What is Intial Coin Offering(ICO)

What is Intial Coin Offering(ICO)

bitcoin General
January 26, 2017 by Hitesh Malviya
intial coin offering

Just as blockchain, the technology that underlies bitcoin and other cryptocurrencies, continues to show potential in transforming many industries, it is also showing its potential in the crowdfunding and investment space.

intial coin offering

Initial Coin Offering (ICO) has become a popular way to raise funds for projects that are based on blockchain and cryptocurrencies. An ICO is a cryptocoin crowdsale, where a blockchain-based project allows enthusiasts and supporters to invest in the project by purchasing part of its cryptocurrency tokens in advance. ICOs usually take place in the early phases of a project, and the raised funds are then used to pay development and launch expenses.

One of the most successful examples was the famous cryptocurrency project Ethereum, which raised $18 million in ICO and reached an approx. $1 billion market cap in 2016.

What’s the difference with other forms of investment?

ICOs are often compared to crowdfunding and IPOs. But while they have common traits with all of those, they are unique in their own way and bring innovations to the investment landscape that weren’t possible before.

They resemble IPOs (Initial Public Offering) in that they are used to sell a stake and raise money, and they offer investors potential profit in exchange for a risk and possible failure to deliver on the promise.

However, ICOs are also different from IPOS and resemble crowdfunding campaigns in the sense that they are supported by early enthusiasts that want to invest in a product or service that hasn’t been launched yet. However, as opposed to crowdfunding which is basically a sort of donation, participants in ICOs have a financial stake and hope to obtain a return on investment for their contribution.

Therefore it is safe to assume that an ICO is a mix between donation and investment, somewhere between IPOs and Kickstarter.

How does it work?

ICOs are usually announced on cryptocurrency forums such as Bitcointalk, where the project team presents their idea along with a whitepaper and other documentation, timelines, goals and other information that will help potential investors understand and evaluate the project. Since ICOs happen before project completion, being transparent and comprehensive about the details of the project is key to gaining trust and appreciation.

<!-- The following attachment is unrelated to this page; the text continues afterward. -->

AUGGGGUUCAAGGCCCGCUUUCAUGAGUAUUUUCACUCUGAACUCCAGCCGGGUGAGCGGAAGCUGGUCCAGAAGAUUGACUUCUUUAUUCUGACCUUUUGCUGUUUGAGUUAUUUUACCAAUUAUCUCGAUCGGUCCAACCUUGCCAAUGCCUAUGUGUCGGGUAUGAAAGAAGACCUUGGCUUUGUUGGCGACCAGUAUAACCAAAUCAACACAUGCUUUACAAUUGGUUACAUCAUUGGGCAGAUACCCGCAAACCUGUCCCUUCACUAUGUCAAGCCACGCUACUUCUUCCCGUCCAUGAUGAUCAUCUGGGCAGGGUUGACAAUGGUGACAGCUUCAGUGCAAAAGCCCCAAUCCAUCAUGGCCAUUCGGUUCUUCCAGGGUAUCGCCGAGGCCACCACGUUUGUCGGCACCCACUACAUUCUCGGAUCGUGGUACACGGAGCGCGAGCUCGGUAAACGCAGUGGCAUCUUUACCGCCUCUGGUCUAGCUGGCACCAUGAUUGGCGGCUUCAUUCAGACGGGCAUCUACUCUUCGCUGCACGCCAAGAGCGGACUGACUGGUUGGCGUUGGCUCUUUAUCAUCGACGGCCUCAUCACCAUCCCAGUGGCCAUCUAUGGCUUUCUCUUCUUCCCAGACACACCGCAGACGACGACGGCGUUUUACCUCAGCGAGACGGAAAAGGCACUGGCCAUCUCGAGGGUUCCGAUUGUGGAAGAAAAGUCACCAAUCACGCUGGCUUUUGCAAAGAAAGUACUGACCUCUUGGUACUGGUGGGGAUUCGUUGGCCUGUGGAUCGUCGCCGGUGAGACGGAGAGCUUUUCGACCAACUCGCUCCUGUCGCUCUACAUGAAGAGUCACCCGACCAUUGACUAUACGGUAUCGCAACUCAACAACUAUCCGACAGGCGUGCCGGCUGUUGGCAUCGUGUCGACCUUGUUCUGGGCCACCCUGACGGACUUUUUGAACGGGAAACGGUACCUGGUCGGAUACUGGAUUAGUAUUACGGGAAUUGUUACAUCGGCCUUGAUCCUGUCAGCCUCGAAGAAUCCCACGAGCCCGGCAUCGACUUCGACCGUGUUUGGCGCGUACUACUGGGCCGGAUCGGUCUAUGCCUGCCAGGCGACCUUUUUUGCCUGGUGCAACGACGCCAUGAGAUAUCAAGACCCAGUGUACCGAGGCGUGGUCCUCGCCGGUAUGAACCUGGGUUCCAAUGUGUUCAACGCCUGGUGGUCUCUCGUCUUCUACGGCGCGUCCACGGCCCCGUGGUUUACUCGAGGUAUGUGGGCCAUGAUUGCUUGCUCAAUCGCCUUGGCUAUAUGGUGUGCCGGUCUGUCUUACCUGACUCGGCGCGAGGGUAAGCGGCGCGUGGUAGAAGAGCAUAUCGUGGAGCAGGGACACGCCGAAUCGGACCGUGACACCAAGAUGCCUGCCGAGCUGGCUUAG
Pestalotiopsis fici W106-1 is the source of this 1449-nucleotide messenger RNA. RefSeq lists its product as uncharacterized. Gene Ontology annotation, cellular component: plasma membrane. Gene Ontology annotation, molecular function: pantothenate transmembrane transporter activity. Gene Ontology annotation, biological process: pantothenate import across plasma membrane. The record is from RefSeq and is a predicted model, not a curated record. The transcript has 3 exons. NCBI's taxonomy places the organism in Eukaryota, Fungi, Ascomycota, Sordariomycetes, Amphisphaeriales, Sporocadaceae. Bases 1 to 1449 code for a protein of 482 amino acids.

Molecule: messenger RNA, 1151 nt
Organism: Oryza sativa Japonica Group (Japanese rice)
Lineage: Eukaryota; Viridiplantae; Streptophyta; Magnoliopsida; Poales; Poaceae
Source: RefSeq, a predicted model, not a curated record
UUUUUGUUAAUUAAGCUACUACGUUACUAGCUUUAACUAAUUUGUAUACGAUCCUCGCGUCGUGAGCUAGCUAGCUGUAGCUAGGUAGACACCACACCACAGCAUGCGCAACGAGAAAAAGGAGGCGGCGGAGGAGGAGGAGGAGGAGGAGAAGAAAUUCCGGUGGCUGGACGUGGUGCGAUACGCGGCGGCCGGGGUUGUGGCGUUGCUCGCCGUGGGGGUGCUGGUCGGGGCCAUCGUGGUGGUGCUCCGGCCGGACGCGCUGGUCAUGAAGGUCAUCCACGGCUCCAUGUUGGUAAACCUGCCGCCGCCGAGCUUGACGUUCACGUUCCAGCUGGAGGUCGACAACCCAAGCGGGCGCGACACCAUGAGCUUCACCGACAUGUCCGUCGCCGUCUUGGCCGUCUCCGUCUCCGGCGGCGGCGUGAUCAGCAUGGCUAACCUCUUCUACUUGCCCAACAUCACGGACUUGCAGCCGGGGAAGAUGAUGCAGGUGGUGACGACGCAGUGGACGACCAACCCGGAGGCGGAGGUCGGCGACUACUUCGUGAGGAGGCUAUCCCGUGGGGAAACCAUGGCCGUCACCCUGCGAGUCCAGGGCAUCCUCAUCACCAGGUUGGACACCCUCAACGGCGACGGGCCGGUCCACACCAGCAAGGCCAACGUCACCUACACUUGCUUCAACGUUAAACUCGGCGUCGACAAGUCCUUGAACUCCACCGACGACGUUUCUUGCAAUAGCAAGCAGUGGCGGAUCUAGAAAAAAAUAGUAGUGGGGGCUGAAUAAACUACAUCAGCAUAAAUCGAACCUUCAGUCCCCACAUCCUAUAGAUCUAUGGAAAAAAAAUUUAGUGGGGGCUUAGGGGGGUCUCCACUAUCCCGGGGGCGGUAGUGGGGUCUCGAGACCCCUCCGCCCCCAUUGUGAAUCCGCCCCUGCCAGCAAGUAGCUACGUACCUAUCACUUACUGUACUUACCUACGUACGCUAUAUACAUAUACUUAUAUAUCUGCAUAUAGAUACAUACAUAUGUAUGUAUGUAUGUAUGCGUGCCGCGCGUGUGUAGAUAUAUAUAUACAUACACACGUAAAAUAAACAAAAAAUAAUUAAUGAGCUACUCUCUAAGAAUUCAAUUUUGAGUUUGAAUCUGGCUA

After the ICO’s launch, cryptocurrency tokens are made available for sale and will have value in the future for those who will work with the platform. The preferred currency for ICOs is bitcoin.

ICOs last at least a few weeks and the project tries to raise as much money as possible. In some cases, ICOs will place a cap on the total amount raised (a good practice). If the ICO manages to raise sufficient funds, the project goes ahead to the next step.

Once the ICO is completed and the project launched, the ICO tokens get listed of cryptocurrency exchanges to trade against other cryptocurrencies. The price usually reflects the overall cryptocurrency market sentiment, project-specific news, and the addition of new features.

Developers who will later want to develop their own applications on top of these platforms are usually drawn to ICOs.

What’s the advantage of ICOs?

ICO is a great way to bootstrap a blockchain-based project and gain the initial capital necessary to gather a talented team and get started. It is possible to raise as much as a round of Silicon Valley seed funding. The difference, however, is that you do not need to give up equity for the money you raise.

ICO removes many of the hurdles present in the VC process and allows startups to short-circuit their way to the market by directly presenting the idea to potential customers. This way, the process will also provide a way to gauge general interest on the project in the same way that presale works for Kickstarter projects.

Also, due to the open-source nature of blockchain projects and ICOs, there exists the ability to fork and create similar projects that are slightly different and can cater to the preferences of more targeted audiences in order to weigh the market viability of different variations of the project.

What’s the pitfall?

The problem with ICOs is that many of them have turned out becoming scams, ideas that never materialized or failed to deliver on their promises. Building on the hype surrounding cryptocoins in general, many teams launched projects that weren’t even centered on a solid idea, and not enough research was done to prove the viability of the project.

Investors, on the other hand, usually cling on to the general success of bitcoin and ethereum and see every ICO and blockchain project as the potential for making easy money.

Following several cases of failed projects and outright scams, there’s been a raise in wariness and skepticism toward ICOs, and the landscape is gradually self-regulating itself by adopting a set of rules and best practices to evaluate every project. There are now several platforms that perform due diligence on ICOs and help investors better decide where to spend their money. It is also forcing developer team into being more clear and transparent about their projects.

Another problem with ICOs is that unlike VC investment, they’re not regulated or registered with any government or organization and offer no investor protection. They owe this characteristic to the nature of the bitcoin and blockchain technologies that support them.

The future of ICO

ICO is still pretty young and nascent and is still undergoing its development phases. But the promises surrounding it can eventually turn it into a new form of democratized investment that can rival all the traditional forms that are being used today.

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